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You are invited to the next IM Public Lecture. See below and attached poster for details.

The Information Management Public Lectures give attention to exciting advances in research and professional practice. The topics are diverse reflecting the importance and global extent of Information Management in today’s society. The lectures are free of charge and open to all, unless otherwise stated. All 2020-2021 lectures will be held virtually on Microsoft Teams. Click here for the full schedule. Lecture will be recorded and posted on our YouTube channel.

On the Never-Ending Serial Crisis and the Need to Re-Think Scholarly Publishing 


Dr. Philippe Mongeon
Dalhousie University

Lecture Details
Thursday, March 18th, 2021
Microsoft Teams (click link at above date/time to join)

Abstract: Academic libraries around the world have been in an enduring “serial crisis” for now more than three decades. Despite the massive decrease in the costs of publishing brought by technological advances, the rise of the Open Access movement, and the “big deals” negotiated with scholarly publishers, the costs of access to scholarly literature never ceased to increase and the crisis remains unresolved. This talk will provide a quick overview of the evolution of scholarly publishing over the last 30 years and present the results of an ongoing study on the costs of access to scholarly literature in Canadian universities. The talk will also provide a critical perspective on the so-called transformative agreements (some prefer the term “big deal 2.0”) that recently emerged as a solution proposed by scholarly publishers.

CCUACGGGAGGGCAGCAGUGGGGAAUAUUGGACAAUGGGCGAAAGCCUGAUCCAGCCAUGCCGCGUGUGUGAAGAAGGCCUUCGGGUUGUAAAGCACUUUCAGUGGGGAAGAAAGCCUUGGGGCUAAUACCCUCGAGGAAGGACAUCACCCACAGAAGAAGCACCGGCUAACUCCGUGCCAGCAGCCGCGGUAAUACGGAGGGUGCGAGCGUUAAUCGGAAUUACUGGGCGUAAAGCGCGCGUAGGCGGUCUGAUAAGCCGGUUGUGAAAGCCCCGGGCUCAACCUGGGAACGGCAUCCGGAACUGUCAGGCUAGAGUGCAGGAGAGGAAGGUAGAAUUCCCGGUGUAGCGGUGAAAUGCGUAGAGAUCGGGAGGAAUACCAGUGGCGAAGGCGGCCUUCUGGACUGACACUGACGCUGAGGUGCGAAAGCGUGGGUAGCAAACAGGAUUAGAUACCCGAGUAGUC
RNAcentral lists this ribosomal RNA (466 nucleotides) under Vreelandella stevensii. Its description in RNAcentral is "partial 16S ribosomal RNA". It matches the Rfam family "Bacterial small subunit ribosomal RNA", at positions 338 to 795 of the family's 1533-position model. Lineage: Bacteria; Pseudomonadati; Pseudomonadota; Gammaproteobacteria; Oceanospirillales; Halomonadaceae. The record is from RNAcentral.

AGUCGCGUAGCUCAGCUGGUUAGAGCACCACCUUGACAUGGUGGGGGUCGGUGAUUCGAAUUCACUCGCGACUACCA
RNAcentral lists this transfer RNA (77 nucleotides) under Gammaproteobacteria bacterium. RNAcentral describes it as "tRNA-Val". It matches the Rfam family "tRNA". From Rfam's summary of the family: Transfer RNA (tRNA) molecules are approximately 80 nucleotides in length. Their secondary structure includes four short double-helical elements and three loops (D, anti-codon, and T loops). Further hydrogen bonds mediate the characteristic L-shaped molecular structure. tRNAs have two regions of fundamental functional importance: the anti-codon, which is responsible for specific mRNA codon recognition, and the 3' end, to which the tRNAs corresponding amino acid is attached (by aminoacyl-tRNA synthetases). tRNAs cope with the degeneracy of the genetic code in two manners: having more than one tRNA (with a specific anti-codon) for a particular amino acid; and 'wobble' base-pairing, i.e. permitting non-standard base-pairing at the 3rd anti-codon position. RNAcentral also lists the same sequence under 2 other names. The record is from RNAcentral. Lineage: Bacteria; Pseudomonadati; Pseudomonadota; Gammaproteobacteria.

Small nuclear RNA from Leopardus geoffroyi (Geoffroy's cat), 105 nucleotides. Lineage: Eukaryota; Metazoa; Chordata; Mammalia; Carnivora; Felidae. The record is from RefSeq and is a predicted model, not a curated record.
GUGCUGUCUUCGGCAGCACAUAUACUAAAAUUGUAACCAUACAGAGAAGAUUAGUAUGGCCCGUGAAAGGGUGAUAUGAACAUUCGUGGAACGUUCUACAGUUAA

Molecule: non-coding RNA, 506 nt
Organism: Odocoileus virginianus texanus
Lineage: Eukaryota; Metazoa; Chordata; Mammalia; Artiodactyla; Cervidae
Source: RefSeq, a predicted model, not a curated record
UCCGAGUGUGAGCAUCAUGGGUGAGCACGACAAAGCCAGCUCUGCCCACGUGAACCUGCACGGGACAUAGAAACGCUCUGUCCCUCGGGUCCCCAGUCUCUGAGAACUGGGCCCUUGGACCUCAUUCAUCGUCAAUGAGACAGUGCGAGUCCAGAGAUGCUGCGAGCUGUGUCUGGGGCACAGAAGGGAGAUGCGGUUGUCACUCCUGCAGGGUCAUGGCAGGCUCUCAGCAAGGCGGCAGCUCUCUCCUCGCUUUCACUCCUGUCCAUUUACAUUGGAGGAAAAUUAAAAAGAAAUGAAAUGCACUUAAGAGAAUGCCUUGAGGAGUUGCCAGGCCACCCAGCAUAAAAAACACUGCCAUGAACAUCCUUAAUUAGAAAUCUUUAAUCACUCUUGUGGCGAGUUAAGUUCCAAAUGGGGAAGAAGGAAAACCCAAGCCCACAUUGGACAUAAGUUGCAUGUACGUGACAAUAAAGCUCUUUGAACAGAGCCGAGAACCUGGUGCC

Bio: Dr. Philippe Mongeon is an assistant professor at the School of Information Management at Dalhousie University. He is Director of the Quantitative Science Studies Lab, an associate member of the Centre interuniversitaire de recherche sur la science et la technologie (CIRST), president of the Canadian Association for Information Science (CAIS), and member of the Environmental Information: Use and Influence (EIUI) research group. His research revolves around the use of bibliometrics and other quantitative methods to study the dynamics and practices of knowledge production, dissemination and use. He is an open access and open science advocate.


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